Figure 2Information Security Program Architecture


View Large Graphic

The integration of the IT governance maturity model, COBIT 4.1, ISO 27001 and ITIL was achieved at a
process level within the standards and frameworks rather than at a control objective level. Key ITIL
processes for change management and release management were mapped into the ISO 27001 process
model and then presented within a conventional EPM program management structure for ongoing
reporting and management. Every security concept, construct or device type that had a change
dimension associated with it was identified within this model using a concept similar to the 20 SANS
Critical Security Controls2 process. Finally, all changes were traced back into the ITIL change
management system (CMS or CMDB) to manage traceability of key configuration items related to
security.

Because the system started and ended with COBIT, the consultancy effectively employed COBIT as a
container or wrapper to allow it to integrate and enforce various competing standards within the
enterprise/client. The consultancy found this to be a much more constructive approach than trying to
reconcile standards at a detailed control level. Information security at a business-unit level is centered
around and enforced by using information security agreements (similar to operating level agreements
[OLAs] in ITIL), but using content from ISO 27001. The information security management system (ISMS)
enforces the information security agreements with business unit managers, which in turn drives the
application of detailed security controls and evidence collection. In this way, the detailed activities of
information security are devolved to managers, rather than managed centrally within a management
system.
This use of COBIT to coordinate various standards is optimized within COBIT 5. Refer to the COBIT 5
Principles within COBIT 5 for Information Security3. This clients plan in the revision of the implemented
frameworks is that the COBIT 5 framework will be used to introduce new concepts for management of
information security as set forth in COBIT 5 for Information Security.

One of the main advantages of this top-down approach to designing the IT governance initiatives is that it
permits the organization to tackle the detailed controls embedment process in a measured way and
ensure that it is aligned to the risk appetite of the business. With the overall ISMS in place, controls and
supporting education programs can be added at a rate that the business can absorb.

Currently, one of the main challenges limiting the use and implementation of an ISMS is the inability to
integrate multiple programs across the enterprise systems. With systems for ITIL service management
becoming more widespread, the capability to automate the IT side of information security systems is now
readily available to organizations.

On the business controls side, project and program management (PPM) and governance, risk and control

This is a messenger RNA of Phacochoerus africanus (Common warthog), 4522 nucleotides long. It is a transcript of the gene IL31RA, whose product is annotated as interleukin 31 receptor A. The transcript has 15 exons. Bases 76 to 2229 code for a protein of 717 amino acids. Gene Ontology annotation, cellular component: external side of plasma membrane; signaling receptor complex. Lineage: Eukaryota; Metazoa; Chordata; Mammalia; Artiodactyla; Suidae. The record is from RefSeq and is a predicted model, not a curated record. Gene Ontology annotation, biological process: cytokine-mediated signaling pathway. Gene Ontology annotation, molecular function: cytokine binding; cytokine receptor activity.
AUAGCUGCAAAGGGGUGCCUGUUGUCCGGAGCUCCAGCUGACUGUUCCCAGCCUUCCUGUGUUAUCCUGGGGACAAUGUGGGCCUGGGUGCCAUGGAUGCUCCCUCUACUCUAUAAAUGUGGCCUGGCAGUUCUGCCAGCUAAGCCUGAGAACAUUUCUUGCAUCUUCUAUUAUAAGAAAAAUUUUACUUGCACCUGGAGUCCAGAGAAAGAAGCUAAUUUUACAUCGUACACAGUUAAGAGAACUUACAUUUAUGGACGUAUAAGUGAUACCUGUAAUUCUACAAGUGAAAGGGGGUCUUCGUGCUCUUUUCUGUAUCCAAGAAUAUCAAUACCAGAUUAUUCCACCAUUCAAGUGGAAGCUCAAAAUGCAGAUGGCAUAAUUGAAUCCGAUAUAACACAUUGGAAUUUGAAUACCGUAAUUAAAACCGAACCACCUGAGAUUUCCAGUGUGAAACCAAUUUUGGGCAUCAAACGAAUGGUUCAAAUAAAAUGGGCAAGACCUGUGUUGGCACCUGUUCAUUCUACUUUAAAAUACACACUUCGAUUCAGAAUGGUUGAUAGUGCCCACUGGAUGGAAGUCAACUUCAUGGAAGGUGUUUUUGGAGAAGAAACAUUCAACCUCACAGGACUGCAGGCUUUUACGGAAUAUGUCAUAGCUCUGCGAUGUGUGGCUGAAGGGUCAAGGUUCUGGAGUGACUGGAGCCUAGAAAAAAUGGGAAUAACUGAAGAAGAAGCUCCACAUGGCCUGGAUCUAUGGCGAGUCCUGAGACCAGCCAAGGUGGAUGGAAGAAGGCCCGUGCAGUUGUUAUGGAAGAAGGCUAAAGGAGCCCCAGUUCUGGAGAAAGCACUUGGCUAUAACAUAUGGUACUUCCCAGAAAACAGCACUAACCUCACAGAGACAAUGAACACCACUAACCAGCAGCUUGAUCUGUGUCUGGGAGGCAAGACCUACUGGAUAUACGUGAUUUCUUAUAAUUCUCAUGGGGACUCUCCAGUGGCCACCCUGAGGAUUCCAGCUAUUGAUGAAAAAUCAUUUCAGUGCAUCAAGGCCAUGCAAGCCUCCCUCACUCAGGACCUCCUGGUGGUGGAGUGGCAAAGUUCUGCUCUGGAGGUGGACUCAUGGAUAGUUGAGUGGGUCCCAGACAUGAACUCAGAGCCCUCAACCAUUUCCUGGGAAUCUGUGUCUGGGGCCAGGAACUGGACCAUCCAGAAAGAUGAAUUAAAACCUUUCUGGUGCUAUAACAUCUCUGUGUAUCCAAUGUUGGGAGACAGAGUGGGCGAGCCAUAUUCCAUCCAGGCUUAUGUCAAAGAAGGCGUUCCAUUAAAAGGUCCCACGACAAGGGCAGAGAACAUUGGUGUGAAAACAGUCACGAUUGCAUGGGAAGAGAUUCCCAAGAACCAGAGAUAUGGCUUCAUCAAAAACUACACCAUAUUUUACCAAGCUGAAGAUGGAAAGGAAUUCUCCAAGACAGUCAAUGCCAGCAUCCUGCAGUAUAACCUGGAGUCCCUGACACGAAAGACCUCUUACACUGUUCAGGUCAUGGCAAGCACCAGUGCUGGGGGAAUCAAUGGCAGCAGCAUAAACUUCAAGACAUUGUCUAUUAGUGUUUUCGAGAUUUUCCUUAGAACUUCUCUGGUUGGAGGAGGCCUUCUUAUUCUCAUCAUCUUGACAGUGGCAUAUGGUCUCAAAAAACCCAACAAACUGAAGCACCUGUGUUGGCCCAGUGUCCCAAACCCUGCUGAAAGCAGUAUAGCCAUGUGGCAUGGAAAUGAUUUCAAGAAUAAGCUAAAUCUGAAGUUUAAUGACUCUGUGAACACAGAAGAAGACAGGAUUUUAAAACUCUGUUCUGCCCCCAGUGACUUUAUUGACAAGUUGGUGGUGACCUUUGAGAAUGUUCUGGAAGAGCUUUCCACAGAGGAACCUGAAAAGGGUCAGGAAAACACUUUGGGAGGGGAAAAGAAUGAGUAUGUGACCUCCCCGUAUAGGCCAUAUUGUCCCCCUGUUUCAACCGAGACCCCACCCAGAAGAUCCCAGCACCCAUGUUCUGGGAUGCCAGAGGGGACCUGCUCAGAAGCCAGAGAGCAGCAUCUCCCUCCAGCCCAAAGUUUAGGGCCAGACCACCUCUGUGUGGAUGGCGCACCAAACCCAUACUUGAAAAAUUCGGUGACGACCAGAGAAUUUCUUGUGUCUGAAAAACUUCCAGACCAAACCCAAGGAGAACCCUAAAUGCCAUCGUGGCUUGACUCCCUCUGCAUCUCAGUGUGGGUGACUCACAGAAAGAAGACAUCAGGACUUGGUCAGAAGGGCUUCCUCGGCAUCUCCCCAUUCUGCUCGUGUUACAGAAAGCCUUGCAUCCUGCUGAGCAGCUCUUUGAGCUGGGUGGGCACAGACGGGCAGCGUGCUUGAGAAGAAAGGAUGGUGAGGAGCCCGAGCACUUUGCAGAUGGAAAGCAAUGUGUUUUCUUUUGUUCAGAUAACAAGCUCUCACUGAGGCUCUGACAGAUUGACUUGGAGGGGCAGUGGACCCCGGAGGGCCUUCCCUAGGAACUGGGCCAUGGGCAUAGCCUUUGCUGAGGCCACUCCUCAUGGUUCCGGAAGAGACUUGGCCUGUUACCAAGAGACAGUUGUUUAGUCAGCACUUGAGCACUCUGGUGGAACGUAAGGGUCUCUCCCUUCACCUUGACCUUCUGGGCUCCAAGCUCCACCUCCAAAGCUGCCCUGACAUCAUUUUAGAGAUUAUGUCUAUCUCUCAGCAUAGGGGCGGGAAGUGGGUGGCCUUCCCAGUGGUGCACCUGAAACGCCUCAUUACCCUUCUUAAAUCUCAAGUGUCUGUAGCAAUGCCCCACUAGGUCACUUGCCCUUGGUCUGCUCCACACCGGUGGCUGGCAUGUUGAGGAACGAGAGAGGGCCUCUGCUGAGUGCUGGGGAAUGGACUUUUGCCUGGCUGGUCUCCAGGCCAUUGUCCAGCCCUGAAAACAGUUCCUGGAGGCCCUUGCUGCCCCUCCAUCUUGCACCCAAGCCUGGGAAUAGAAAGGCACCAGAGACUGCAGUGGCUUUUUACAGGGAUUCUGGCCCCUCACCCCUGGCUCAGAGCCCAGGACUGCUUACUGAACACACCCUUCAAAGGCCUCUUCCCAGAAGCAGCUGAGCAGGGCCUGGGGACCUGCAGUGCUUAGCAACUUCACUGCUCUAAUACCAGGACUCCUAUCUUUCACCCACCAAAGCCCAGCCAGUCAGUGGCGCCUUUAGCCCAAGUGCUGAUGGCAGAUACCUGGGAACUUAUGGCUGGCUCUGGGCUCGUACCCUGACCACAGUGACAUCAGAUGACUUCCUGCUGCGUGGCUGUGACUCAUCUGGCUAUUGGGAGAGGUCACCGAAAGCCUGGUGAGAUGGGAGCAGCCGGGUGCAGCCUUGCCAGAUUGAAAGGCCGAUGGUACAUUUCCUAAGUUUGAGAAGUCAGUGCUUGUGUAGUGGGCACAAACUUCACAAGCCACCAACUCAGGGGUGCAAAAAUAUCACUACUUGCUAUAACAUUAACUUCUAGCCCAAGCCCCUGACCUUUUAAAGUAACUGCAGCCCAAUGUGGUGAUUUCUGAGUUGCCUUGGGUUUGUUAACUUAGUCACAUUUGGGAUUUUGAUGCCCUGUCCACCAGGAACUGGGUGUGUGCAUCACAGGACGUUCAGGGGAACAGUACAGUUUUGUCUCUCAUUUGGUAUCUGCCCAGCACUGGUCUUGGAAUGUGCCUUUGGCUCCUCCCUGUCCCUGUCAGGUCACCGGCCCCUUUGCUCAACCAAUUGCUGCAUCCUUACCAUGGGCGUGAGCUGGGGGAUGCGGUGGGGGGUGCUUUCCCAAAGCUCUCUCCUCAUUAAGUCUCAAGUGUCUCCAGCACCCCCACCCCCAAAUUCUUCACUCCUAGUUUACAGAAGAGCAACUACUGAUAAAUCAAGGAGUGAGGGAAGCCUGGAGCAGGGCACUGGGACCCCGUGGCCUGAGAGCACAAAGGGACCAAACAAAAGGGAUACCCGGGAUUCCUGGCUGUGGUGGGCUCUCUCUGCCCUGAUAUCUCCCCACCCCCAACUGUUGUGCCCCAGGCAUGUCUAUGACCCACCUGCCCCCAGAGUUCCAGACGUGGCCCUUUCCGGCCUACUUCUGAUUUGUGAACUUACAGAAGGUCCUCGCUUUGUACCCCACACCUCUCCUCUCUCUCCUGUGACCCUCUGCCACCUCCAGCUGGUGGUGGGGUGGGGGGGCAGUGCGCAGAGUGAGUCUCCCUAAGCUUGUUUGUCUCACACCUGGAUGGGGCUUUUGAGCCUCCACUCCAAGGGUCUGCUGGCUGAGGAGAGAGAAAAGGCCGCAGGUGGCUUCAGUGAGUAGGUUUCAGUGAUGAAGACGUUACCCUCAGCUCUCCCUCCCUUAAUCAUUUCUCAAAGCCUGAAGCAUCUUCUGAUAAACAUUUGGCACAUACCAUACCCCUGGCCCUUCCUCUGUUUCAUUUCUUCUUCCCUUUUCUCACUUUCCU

(GRC) software linked to enterprise workflow solutions provide a platform for managing the rollout of
information security programs and the regular review and reporting of controls and evidence collection. A
typical program component view looks like whats shown in figure 3. The security forum is the body that
reviews reporting from the ISMS and directs the focus of the initiatives to manage all aspects of the
organizations security posture and response to information security threats.

Figure 3Information Security Program Elements

For this client, the consultancy undertook a detailed design of the operational ISMS and a specification was
developed for implementation. The solution was built in a document management system, housing the detailed
policies and a calendar for establishing the program of reviews, training and reporting.

This was an initial starting point for this client given that other ISO systems used this system as well. In
the consultancys experience, the ISMS can be built on top of detailed ITIL or application life cycle
management (ALM) systems and integrated using a dashboard reporting tool similar to those available
with enterprise tools, such as SAP or Oracle enterprise resource planning (ERP) applications, PPM tools,
or enterprise document management (EDM) tools. All these tools usually incorporate enterprise workflow
technologies that permit linkages into ITIL or ALM technologies and permit activities to be assigned and
allocated to personnel within the enterprise.

Conclusion
The strength of the COBIT framework is its business-focused framework and pragmatic tools for the
alignment of policy down to detailed controls embedment. By utilising COBIT, the company was able to
provide answers to the questions of how and why organizations should protect information within the
enterprise, aligning the cost of controls to the perceived risk at a business process level rather than based
on technical controls.

Authors Note
This case study has been developed based on a real client situation in Australia. The name of the
organization and some other identifying information have been removed. All material is either owned by
Information Systems Group Pty Limited or used with permission.

John Frisken, CA
Is an application development specialist with a distinguished career in both professional practice with